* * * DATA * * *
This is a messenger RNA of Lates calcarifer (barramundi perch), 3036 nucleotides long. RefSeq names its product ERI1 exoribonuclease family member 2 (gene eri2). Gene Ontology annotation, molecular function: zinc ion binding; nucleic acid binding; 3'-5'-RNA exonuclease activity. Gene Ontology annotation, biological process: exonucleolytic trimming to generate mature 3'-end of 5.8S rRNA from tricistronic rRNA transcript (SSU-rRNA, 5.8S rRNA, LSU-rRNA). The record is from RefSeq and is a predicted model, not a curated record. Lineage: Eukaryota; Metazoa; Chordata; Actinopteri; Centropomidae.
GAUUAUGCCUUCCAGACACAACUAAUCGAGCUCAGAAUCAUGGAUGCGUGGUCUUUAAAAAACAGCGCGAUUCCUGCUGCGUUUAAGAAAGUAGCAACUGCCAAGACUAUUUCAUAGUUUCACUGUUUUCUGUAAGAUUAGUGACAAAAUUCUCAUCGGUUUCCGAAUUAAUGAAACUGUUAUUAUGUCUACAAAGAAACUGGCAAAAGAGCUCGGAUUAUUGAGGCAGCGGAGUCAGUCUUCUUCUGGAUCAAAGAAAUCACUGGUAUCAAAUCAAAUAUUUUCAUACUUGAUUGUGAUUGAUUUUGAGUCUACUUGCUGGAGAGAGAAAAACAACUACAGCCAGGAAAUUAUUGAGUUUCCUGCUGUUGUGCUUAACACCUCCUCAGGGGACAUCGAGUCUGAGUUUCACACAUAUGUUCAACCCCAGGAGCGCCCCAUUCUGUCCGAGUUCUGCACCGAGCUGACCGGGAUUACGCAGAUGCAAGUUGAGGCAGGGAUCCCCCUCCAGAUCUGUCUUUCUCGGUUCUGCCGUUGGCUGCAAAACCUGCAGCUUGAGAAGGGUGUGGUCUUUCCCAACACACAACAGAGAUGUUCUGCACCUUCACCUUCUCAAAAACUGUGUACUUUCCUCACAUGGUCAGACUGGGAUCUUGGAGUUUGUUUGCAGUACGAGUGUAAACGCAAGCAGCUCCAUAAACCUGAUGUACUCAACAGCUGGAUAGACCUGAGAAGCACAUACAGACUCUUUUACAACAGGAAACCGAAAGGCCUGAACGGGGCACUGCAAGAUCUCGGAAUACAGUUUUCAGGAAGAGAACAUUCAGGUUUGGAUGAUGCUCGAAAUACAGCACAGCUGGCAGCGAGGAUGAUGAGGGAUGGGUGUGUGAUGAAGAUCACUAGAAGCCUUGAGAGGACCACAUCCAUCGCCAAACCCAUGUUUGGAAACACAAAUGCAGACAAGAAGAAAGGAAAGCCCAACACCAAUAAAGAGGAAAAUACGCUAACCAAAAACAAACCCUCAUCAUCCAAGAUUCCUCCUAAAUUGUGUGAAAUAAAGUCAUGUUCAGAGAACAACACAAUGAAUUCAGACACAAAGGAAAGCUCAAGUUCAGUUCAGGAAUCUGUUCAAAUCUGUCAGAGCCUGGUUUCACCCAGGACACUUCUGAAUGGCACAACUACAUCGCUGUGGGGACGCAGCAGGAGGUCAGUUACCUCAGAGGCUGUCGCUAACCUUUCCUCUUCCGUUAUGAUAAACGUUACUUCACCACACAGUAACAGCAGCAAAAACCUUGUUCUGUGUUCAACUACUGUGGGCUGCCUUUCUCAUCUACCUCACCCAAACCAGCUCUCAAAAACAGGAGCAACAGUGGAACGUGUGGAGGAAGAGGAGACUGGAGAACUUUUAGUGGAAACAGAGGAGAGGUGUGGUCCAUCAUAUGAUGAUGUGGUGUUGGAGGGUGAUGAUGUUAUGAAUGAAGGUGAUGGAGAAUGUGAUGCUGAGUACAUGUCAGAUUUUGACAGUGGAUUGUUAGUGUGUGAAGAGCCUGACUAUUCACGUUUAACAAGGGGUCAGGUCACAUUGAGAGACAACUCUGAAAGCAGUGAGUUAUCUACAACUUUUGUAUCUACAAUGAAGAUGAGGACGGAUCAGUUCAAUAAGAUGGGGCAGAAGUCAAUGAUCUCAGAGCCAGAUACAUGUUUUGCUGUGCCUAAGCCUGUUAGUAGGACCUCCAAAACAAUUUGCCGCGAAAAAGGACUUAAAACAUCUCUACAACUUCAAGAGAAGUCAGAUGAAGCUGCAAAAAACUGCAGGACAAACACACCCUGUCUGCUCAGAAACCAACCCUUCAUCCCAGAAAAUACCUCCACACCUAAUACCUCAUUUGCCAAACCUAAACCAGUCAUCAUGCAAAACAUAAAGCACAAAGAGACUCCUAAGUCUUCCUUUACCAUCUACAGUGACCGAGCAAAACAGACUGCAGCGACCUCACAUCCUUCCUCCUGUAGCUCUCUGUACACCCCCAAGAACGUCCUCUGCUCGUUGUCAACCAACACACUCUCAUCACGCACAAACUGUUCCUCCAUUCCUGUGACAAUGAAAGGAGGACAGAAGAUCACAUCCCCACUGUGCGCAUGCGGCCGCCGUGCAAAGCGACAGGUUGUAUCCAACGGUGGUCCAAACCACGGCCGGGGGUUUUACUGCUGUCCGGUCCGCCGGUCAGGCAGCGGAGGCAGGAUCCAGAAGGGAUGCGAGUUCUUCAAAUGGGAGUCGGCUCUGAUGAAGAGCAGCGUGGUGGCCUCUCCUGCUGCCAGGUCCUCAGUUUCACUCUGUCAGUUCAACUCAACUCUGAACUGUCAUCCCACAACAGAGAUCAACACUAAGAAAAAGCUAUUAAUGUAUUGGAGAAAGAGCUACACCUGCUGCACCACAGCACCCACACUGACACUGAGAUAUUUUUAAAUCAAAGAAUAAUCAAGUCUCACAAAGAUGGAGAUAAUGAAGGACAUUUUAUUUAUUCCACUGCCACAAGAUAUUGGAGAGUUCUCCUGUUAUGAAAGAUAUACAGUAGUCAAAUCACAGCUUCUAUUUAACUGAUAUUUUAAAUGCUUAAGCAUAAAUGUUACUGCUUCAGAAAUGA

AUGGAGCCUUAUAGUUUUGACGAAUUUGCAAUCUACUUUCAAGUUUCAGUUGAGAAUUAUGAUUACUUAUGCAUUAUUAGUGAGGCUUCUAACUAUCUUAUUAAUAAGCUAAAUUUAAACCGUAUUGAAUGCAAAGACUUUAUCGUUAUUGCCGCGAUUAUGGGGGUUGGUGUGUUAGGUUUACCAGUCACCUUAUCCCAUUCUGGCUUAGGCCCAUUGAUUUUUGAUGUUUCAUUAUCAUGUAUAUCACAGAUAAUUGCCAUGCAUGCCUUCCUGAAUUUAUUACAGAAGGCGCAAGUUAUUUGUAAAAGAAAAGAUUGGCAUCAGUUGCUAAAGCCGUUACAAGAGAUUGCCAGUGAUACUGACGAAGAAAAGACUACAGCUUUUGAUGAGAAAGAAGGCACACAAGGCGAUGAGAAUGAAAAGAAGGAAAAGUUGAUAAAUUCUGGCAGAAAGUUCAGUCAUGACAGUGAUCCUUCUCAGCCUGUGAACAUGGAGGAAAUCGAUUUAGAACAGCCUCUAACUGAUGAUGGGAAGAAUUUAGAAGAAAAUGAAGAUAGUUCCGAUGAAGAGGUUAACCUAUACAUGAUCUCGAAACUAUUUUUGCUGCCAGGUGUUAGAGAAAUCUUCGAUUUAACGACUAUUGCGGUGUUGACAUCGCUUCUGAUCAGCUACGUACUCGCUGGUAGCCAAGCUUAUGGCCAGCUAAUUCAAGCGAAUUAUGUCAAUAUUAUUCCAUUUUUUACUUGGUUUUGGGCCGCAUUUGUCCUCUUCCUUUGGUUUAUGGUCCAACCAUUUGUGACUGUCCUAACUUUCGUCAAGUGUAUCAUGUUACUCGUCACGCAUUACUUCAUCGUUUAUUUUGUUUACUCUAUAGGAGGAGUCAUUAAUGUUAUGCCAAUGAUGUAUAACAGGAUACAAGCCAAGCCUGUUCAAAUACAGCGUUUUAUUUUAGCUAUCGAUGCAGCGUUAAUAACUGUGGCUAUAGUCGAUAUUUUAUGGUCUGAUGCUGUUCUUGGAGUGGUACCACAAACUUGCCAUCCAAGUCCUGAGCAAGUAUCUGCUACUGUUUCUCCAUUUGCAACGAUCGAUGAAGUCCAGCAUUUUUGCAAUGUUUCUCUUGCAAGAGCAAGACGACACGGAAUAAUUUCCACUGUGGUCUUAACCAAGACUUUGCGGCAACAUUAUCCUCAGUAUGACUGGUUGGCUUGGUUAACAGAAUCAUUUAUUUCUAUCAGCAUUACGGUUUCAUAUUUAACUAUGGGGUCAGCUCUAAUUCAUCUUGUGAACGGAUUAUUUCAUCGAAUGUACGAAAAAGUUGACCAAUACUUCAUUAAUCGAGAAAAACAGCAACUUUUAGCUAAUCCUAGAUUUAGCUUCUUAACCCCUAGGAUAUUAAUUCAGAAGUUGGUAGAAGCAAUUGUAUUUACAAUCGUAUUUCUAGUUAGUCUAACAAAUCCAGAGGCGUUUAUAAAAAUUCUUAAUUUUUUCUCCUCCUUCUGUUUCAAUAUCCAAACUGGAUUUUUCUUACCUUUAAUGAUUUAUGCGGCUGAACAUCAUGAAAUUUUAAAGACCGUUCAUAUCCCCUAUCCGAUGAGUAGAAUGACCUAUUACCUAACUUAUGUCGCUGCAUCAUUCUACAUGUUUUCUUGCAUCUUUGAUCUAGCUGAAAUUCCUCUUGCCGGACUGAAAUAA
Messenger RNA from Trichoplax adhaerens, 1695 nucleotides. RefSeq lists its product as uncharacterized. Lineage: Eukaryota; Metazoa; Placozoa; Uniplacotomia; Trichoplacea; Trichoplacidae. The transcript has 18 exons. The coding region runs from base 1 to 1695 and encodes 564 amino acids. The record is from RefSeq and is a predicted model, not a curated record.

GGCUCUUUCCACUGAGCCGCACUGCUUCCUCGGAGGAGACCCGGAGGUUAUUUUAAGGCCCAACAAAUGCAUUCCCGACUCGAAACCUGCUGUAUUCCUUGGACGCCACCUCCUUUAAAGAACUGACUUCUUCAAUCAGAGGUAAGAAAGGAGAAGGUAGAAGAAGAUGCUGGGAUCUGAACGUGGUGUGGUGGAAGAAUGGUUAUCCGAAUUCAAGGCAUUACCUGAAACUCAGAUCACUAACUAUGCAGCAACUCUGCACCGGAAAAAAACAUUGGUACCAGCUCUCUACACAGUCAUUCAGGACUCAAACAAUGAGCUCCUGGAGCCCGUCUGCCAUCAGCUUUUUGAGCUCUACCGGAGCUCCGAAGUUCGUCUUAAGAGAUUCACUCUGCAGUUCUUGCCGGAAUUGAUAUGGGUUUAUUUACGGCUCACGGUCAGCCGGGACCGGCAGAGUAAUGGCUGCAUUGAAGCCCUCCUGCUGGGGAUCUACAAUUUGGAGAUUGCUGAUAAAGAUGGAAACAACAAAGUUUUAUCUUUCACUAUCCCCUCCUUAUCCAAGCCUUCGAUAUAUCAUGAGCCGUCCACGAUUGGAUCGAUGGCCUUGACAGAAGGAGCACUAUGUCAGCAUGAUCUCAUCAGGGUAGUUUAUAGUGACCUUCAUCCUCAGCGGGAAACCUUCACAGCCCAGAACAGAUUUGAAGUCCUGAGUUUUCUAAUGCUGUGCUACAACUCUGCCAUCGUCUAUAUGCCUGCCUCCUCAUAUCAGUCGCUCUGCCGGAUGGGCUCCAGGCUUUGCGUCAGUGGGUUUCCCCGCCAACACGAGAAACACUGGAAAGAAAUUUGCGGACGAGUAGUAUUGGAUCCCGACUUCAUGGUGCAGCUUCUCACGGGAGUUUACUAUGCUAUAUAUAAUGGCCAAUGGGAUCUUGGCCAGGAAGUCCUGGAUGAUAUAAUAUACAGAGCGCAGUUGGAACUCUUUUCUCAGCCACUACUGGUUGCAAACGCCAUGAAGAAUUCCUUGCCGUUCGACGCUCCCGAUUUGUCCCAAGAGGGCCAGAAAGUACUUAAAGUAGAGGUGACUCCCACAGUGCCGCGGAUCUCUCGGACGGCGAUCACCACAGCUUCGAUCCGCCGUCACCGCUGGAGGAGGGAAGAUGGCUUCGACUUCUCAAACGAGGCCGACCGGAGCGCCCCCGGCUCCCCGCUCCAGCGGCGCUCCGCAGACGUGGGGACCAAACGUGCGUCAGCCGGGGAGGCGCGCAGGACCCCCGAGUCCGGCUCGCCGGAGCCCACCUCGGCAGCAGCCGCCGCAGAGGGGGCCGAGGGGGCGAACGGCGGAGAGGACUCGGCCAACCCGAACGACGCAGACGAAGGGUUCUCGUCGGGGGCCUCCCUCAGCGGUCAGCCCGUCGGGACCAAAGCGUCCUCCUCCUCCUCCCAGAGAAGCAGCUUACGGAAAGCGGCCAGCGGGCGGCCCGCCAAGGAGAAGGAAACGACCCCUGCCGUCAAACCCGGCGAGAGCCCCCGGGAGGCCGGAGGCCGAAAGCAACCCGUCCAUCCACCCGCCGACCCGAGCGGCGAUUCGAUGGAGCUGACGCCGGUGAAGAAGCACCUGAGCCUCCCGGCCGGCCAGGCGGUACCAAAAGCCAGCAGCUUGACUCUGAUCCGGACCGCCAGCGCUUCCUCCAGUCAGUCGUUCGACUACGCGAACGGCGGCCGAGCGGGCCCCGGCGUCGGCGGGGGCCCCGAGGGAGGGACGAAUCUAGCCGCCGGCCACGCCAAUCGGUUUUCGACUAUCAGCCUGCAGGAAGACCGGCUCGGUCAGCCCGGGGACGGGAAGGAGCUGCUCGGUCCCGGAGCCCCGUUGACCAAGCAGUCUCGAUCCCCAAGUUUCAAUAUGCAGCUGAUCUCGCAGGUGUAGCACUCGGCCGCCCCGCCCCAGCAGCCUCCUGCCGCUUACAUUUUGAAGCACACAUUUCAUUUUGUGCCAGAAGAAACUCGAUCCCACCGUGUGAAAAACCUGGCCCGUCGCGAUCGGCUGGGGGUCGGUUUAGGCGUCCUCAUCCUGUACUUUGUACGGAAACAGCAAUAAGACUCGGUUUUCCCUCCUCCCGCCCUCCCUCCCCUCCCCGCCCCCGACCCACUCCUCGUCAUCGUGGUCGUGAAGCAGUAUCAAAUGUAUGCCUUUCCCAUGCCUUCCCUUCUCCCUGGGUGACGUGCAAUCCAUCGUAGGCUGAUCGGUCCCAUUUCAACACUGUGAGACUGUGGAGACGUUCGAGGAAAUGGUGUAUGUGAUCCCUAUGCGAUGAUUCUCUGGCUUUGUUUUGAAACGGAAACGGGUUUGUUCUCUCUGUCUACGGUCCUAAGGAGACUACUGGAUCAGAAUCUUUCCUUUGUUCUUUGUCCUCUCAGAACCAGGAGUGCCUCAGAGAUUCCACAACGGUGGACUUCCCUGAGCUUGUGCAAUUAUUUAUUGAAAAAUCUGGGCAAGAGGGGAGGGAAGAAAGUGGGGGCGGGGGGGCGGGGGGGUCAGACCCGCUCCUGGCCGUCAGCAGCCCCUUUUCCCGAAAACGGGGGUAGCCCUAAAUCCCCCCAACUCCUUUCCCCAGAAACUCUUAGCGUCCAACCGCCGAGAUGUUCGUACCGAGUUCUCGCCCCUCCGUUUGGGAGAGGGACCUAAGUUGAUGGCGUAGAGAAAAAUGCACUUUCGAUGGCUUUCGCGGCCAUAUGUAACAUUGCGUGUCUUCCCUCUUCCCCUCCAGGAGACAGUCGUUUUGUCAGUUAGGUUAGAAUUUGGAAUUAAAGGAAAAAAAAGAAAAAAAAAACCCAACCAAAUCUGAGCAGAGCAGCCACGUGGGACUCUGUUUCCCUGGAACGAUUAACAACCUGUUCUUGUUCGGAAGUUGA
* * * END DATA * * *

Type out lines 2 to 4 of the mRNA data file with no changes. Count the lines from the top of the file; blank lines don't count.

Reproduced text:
GAUUAUGCCUUCCAGACACAACUAAUCGAGCUCAGAAUCAUGGAUGCGUGGUCUUUAAAAAACAGCGCGAUUCCUGCUGCGUUUAAGAAAGUAGCAACUGCCAAGACUAUUUCAUAGUUUCACUGUUUUCUGUAAGAUUAGUGACAAAAUUCUCAUCGGUUUCCGAAUUAAUGAAACUGUUAUUAUGUCUACAAAGAAACUGGCAAAAGAGCUCGGAUUAUUGAGGCAGCGGAGUCAGUCUUCUUCUGGAUCAAAGAAAUCACUGGUAUCAAAUCAAAUAUUUUCAUACUUGAUUGUGAUUGAUUUUGAGUCUACUUGCUGGAGAGAGAAAAACAACUACAGCCAGGAAAUUAUUGAGUUUCCUGCUGUUGUGCUUAACACCUCCUCAGGGGACAUCGAGUCUGAGUUUCACACAUAUGUUCAACCCCAGGAGCGCCCCAUUCUGUCCGAGUUCUGCACCGAGCUGACCGGGAUUACGCAGAUGCAAGUUGAGGCAGGGAUCCCCCUCCAGAUCUGUCUUUCUCGGUUCUGCCGUUGGCUGCAAAACCUGCAGCUUGAGAAGGGUGUGGUCUUUCCCAACACACAACAGAGAUGUUCUGCACCUUCACCUUCUCAAAAACUGUGUACUUUCCUCACAUGGUCAGACUGGGAUCUUGGAGUUUGUUUGCAGUACGAGUGUAAACGCAAGCAGCUCCAUAAACCUGAUGUACUCAACAGCUGGAUAGACCUGAGAAGCACAUACAGACUCUUUUACAACAGGAAACCGAAAGGCCUGAACGGGGCACUGCAAGAUCUCGGAAUACAGUUUUCAGGAAGAGAACAUUCAGGUUUGGAUGAUGCUCGAAAUACAGCACAGCUGGCAGCGAGGAUGAUGAGGGAUGGGUGUGUGAUGAAGAUCACUAGAAGCCUUGAGAGGACCACAUCCAUCGCCAAACCCAUGUUUGGAAACACAAAUGCAGACAAGAAGAAAGGAAAGCCCAACACCAAUAAAGAGGAAAAUACGCUAACCAAAAACAAACCCUCAUCAUCCAAGAUUCCUCCUAAAUUGUGUGAAAUAAAGUCAUGUUCAGAGAACAACACAAUGAAUUCAGACACAAAGGAAAGCUCAAGUUCAGUUCAGGAAUCUGUUCAAAUCUGUCAGAGCCUGGUUUCACCCAGGACACUUCUGAAUGGCACAACUACAUCGCUGUGGGGACGCAGCAGGAGGUCAGUUACCUCAGAGGCUGUCGCUAACCUUUCCUCUUCCGUUAUGAUAAACGUUACUUCACCACACAGUAACAGCAGCAAAAACCUUGUUCUGUGUUCAACUACUGUGGGCUGCCUUUCUCAUCUACCUCACCCAAACCAGCUCUCAAAAACAGGAGCAACAGUGGAACGUGUGGAGGAAGAGGAGACUGGAGAACUUUUAGUGGAAACAGAGGAGAGGUGUGGUCCAUCAUAUGAUGAUGUGGUGUUGGAGGGUGAUGAUGUUAUGAAUGAAGGUGAUGGAGAAUGUGAUGCUGAGUACAUGUCAGAUUUUGACAGUGGAUUGUUAGUGUGUGAAGAGCCUGACUAUUCACGUUUAACAAGGGGUCAGGUCACAUUGAGAGACAACUCUGAAAGCAGUGAGUUAUCUACAACUUUUGUAUCUACAAUGAAGAUGAGGACGGAUCAGUUCAAUAAGAUGGGGCAGAAGUCAAUGAUCUCAGAGCCAGAUACAUGUUUUGCUGUGCCUAAGCCUGUUAGUAGGACCUCCAAAACAAUUUGCCGCGAAAAAGGACUUAAAACAUCUCUACAACUUCAAGAGAAGUCAGAUGAAGCUGCAAAAAACUGCAGGACAAACACACCCUGUCUGCUCAGAAACCAACCCUUCAUCCCAGAAAAUACCUCCACACCUAAUACCUCAUUUGCCAAACCUAAACCAGUCAUCAUGCAAAACAUAAAGCACAAAGAGACUCCUAAGUCUUCCUUUACCAUCUACAGUGACCGAGCAAAACAGACUGCAGCGACCUCACAUCCUUCCUCCUGUAGCUCUCUGUACACCCCCAAGAACGUCCUCUGCUCGUUGUCAACCAACACACUCUCAUCACGCACAAACUGUUCCUCCAUUCCUGUGACAAUGAAAGGAGGACAGAAGAUCACAUCCCCACUGUGCGCAUGCGGCCGCCGUGCAAAGCGACAGGUUGUAUCCAACGGUGGUCCAAACCACGGCCGGGGGUUUUACUGCUGUCCGGUCCGCCGGUCAGGCAGCGGAGGCAGGAUCCAGAAGGGAUGCGAGUUCUUCAAAUGGGAGUCGGCUCUGAUGAAGAGCAGCGUGGUGGCCUCUCCUGCUGCCAGGUCCUCAGUUUCACUCUGUCAGUUCAACUCAACUCUGAACUGUCAUCCCACAACAGAGAUCAACACUAAGAAAAAGCUAUUAAUGUAUUGGAGAAAGAGCUACACCUGCUGCACCACAGCACCCACACUGACACUGAGAUAUUUUUAAAUCAAAGAAUAAUCAAGUCUCACAAAGAUGGAGAUAAUGAAGGACAUUUUAUUUAUUCCACUGCCACAAGAUAUUGGAGAGUUCUCCUGUUAUGAAAGAUAUACAGUAGUCAAAUCACAGCUUCUAUUUAACUGAUAUUUUAAAUGCUUAAGCAUAAAUGUUACUGCUUCAGAAAUGA

AUGGAGCCUUAUAGUUUUGACGAAUUUGCAAUCUACUUUCAAGUUUCAGUUGAGAAUUAUGAUUACUUAUGCAUUAUUAGUGAGGCUUCUAACUAUCUUAUUAAUAAGCUAAAUUUAAACCGUAUUGAAUGCAAAGACUUUAUCGUUAUUGCCGCGAUUAUGGGGGUUGGUGUGUUAGGUUUACCAGUCACCUUAUCCCAUUCUGGCUUAGGCCCAUUGAUUUUUGAUGUUUCAUUAUCAUGUAUAUCACAGAUAAUUGCCAUGCAUGCCUUCCUGAAUUUAUUACAGAAGGCGCAAGUUAUUUGUAAAAGAAAAGAUUGGCAUCAGUUGCUAAAGCCGUUACAAGAGAUUGCCAGUGAUACUGACGAAGAAAAGACUACAGCUUUUGAUGAGAAAGAAGGCACACAAGGCGAUGAGAAUGAAAAGAAGGAAAAGUUGAUAAAUUCUGGCAGAAAGUUCAGUCAUGACAGUGAUCCUUCUCAGCCUGUGAACAUGGAGGAAAUCGAUUUAGAACAGCCUCUAACUGAUGAUGGGAAGAAUUUAGAAGAAAAUGAAGAUAGUUCCGAUGAAGAGGUUAACCUAUACAUGAUCUCGAAACUAUUUUUGCUGCCAGGUGUUAGAGAAAUCUUCGAUUUAACGACUAUUGCGGUGUUGACAUCGCUUCUGAUCAGCUACGUACUCGCUGGUAGCCAAGCUUAUGGCCAGCUAAUUCAAGCGAAUUAUGUCAAUAUUAUUCCAUUUUUUACUUGGUUUUGGGCCGCAUUUGUCCUCUUCCUUUGGUUUAUGGUCCAACCAUUUGUGACUGUCCUAACUUUCGUCAAGUGUAUCAUGUUACUCGUCACGCAUUACUUCAUCGUUUAUUUUGUUUACUCUAUAGGAGGAGUCAUUAAUGUUAUGCCAAUGAUGUAUAACAGGAUACAAGCCAAGCCUGUUCAAAUACAGCGUUUUAUUUUAGCUAUCGAUGCAGCGUUAAUAACUGUGGCUAUAGUCGAUAUUUUAUGGUCUGAUGCUGUUCUUGGAGUGGUACCACAAACUUGCCAUCCAAGUCCUGAGCAAGUAUCUGCUACUGUUUCUCCAUUUGCAACGAUCGAUGAAGUCCAGCAUUUUUGCAAUGUUUCUCUUGCAAGAGCAAGACGACACGGAAUAAUUUCCACUGUGGUCUUAACCAAGACUUUGCGGCAACAUUAUCCUCAGUAUGACUGGUUGGCUUGGUUAACAGAAUCAUUUAUUUCUAUCAGCAUUACGGUUUCAUAUUUAACUAUGGGGUCAGCUCUAAUUCAUCUUGUGAACGGAUUAUUUCAUCGAAUGUACGAAAAAGUUGACCAAUACUUCAUUAAUCGAGAAAAACAGCAACUUUUAGCUAAUCCUAGAUUUAGCUUCUUAACCCCUAGGAUAUUAAUUCAGAAGUUGGUAGAAGCAAUUGUAUUUACAAUCGUAUUUCUAGUUAGUCUAACAAAUCCAGAGGCGUUUAUAAAAAUUCUUAAUUUUUUCUCCUCCUUCUGUUUCAAUAUCCAAACUGGAUUUUUCUUACCUUUAAUGAUUUAUGCGGCUGAACAUCAUGAAAUUUUAAAGACCGUUCAUAUCCCCUAUCCGAUGAGUAGAAUGACCUAUUACCUAACUUAUGUCGCUGCAUCAUUCUACAUGUUUUCUUGCAUCUUUGAUCUAGCUGAAAUUCCUCUUGCCGGACUGAAAUAA
Messenger RNA from Trichoplax adhaerens, 1695 nucleotides. RefSeq lists its product as uncharacterized. Lineage: Eukaryota; Metazoa; Placozoa; Uniplacotomia; Trichoplacea; Trichoplacidae. The transcript has 18 exons. The coding region runs from base 1 to 1695 and encodes 564 amino acids. The record is from RefSeq and is a predicted model, not a curated record.